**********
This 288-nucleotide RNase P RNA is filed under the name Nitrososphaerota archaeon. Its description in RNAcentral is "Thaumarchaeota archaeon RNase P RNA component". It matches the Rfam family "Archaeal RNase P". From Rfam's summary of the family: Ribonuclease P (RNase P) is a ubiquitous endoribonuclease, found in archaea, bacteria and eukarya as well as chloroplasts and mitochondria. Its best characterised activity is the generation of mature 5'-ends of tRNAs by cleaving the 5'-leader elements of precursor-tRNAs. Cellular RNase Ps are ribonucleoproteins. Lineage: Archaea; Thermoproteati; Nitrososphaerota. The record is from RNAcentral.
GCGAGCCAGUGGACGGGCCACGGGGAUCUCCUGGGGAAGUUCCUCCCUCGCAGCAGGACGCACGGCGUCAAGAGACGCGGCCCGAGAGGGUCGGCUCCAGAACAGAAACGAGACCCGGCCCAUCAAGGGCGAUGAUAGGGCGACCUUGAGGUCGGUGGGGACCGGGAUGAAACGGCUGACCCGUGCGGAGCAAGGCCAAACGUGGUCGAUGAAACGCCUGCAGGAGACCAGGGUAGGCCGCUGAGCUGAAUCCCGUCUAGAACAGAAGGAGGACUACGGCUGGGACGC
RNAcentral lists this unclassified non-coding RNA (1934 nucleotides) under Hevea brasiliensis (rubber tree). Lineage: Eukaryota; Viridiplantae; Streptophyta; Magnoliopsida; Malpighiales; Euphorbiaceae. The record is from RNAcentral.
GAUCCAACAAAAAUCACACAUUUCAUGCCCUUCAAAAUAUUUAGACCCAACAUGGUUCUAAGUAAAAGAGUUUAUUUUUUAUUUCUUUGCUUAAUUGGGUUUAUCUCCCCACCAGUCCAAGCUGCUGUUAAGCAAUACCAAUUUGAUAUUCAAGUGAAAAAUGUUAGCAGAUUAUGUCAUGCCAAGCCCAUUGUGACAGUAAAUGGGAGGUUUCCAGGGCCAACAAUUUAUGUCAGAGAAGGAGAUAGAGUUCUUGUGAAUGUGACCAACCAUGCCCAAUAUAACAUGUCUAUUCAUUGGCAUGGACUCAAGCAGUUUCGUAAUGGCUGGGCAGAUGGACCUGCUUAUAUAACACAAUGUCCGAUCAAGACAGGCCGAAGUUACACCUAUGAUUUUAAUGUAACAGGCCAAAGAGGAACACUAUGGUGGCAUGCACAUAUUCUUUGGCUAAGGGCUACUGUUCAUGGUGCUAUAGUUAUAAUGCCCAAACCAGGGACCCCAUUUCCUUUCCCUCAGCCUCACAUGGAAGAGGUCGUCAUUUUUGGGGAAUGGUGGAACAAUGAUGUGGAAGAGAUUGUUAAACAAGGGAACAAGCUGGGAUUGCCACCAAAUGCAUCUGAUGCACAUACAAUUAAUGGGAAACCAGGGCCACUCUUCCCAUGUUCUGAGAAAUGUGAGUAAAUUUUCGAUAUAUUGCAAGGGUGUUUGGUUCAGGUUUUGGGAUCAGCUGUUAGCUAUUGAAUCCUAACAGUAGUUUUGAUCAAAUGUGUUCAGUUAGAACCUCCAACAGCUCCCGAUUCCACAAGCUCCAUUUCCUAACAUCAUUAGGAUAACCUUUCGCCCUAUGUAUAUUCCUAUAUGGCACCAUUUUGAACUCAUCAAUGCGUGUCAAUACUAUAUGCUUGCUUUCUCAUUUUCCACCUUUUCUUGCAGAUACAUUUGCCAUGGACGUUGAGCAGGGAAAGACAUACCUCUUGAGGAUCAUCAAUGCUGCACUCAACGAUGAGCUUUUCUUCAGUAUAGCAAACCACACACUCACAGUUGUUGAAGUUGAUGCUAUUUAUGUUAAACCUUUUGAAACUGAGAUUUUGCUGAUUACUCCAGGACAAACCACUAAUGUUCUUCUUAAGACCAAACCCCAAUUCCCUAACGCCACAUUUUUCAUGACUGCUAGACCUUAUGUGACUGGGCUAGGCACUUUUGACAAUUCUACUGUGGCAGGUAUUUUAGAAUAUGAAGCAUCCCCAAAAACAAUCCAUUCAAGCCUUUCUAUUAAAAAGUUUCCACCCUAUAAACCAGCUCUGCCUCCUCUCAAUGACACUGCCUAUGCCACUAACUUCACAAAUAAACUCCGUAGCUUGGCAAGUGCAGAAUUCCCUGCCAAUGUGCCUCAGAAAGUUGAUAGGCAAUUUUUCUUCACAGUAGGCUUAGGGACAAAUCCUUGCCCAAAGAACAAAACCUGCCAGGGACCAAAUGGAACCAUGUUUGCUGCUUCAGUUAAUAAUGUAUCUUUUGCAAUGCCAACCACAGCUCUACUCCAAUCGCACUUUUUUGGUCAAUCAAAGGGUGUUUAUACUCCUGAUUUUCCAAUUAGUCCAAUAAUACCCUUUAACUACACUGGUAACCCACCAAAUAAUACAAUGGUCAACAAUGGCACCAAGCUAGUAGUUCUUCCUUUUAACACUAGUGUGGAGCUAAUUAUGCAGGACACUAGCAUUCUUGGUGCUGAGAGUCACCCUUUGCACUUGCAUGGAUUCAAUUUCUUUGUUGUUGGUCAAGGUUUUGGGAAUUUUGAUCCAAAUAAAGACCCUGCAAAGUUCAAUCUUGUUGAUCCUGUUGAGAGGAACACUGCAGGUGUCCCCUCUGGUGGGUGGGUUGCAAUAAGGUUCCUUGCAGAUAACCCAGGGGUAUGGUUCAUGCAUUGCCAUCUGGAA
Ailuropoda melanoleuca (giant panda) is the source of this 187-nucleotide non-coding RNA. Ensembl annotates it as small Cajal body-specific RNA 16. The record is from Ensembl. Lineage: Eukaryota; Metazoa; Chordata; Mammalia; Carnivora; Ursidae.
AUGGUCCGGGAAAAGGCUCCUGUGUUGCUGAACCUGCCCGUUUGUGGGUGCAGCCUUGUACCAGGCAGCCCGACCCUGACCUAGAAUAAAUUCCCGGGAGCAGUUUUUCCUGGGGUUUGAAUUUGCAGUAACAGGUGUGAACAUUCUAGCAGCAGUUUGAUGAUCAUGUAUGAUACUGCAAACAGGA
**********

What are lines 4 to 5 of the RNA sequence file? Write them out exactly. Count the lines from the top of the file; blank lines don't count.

GAUCCAACAAAAAUCACACAUUUCAUGCCCUUCAAAAUAUUUAGACCCAACAUGGUUCUAAGUAAAAGAGUUUAUUUUUUAUUUCUUUGCUUAAUUGGGUUUAUCUCCCCACCAGUCCAAGCUGCUGUUAAGCAAUACCAAUUUGAUAUUCAAGUGAAAAAUGUUAGCAGAUUAUGUCAUGCCAAGCCCAUUGUGACAGUAAAUGGGAGGUUUCCAGGGCCAACAAUUUAUGUCAGAGAAGGAGAUAGAGUUCUUGUGAAUGUGACCAACCAUGCCCAAUAUAACAUGUCUAUUCAUUGGCAUGGACUCAAGCAGUUUCGUAAUGGCUGGGCAGAUGGACCUGCUUAUAUAACACAAUGUCCGAUCAAGACAGGCCGAAGUUACACCUAUGAUUUUAAUGUAACAGGCCAAAGAGGAACACUAUGGUGGCAUGCACAUAUUCUUUGGCUAAGGGCUACUGUUCAUGGUGCUAUAGUUAUAAUGCCCAAACCAGGGACCCCAUUUCCUUUCCCUCAGCCUCACAUGGAAGAGGUCGUCAUUUUUGGGGAAUGGUGGAACAAUGAUGUGGAAGAGAUUGUUAAACAAGGGAACAAGCUGGGAUUGCCACCAAAUGCAUCUGAUGCACAUACAAUUAAUGGGAAACCAGGGCCACUCUUCCCAUGUUCUGAGAAAUGUGAGUAAAUUUUCGAUAUAUUGCAAGGGUGUUUGGUUCAGGUUUUGGGAUCAGCUGUUAGCUAUUGAAUCCUAACAGUAGUUUUGAUCAAAUGUGUUCAGUUAGAACCUCCAACAGCUCCCGAUUCCACAAGCUCCAUUUCCUAACAUCAUUAGGAUAACCUUUCGCCCUAUGUAUAUUCCUAUAUGGCACCAUUUUGAACUCAUCAAUGCGUGUCAAUACUAUAUGCUUGCUUUCUCAUUUUCCACCUUUUCUUGCAGAUACAUUUGCCAUGGACGUUGAGCAGGGAAAGACAUACCUCUUGAGGAUCAUCAAUGCUGCACUCAACGAUGAGCUUUUCUUCAGUAUAGCAAACCACACACUCACAGUUGUUGAAGUUGAUGCUAUUUAUGUUAAACCUUUUGAAACUGAGAUUUUGCUGAUUACUCCAGGACAAACCACUAAUGUUCUUCUUAAGACCAAACCCCAAUUCCCUAACGCCACAUUUUUCAUGACUGCUAGACCUUAUGUGACUGGGCUAGGCACUUUUGACAAUUCUACUGUGGCAGGUAUUUUAGAAUAUGAAGCAUCCCCAAAAACAAUCCAUUCAAGCCUUUCUAUUAAAAAGUUUCCACCCUAUAAACCAGCUCUGCCUCCUCUCAAUGACACUGCCUAUGCCACUAACUUCACAAAUAAACUCCGUAGCUUGGCAAGUGCAGAAUUCCCUGCCAAUGUGCCUCAGAAAGUUGAUAGGCAAUUUUUCUUCACAGUAGGCUUAGGGACAAAUCCUUGCCCAAAGAACAAAACCUGCCAGGGACCAAAUGGAACCAUGUUUGCUGCUUCAGUUAAUAAUGUAUCUUUUGCAAUGCCAACCACAGCUCUACUCCAAUCGCACUUUUUUGGUCAAUCAAAGGGUGUUUAUACUCCUGAUUUUCCAAUUAGUCCAAUAAUACCCUUUAACUACACUGGUAACCCACCAAAUAAUACAAUGGUCAACAAUGGCACCAAGCUAGUAGUUCUUCCUUUUAACACUAGUGUGGAGCUAAUUAUGCAGGACACUAGCAUUCUUGGUGCUGAGAGUCACCCUUUGCACUUGCAUGGAUUCAAUUUCUUUGUUGUUGGUCAAGGUUUUGGGAAUUUUGAUCCAAAUAAAGACCCUGCAAAGUUCAAUCUUGUUGAUCCUGUUGAGAGGAACACUGCAGGUGUCCCCUCUGGUGGGUGGGUUGCAAUAAGGUUCCUUGCAGAUAACCCAGGGGUAUGGUUCAUGCAUUGCCAUCUGGAA
Ailuropoda melanoleuca (giant panda) is the source of this 187-nucleotide non-coding RNA. Ensembl annotates it as small Cajal body-specific RNA 16. The record is from Ensembl. Lineage: Eukaryota; Metazoa; Chordata; Mammalia; Carnivora; Ursidae.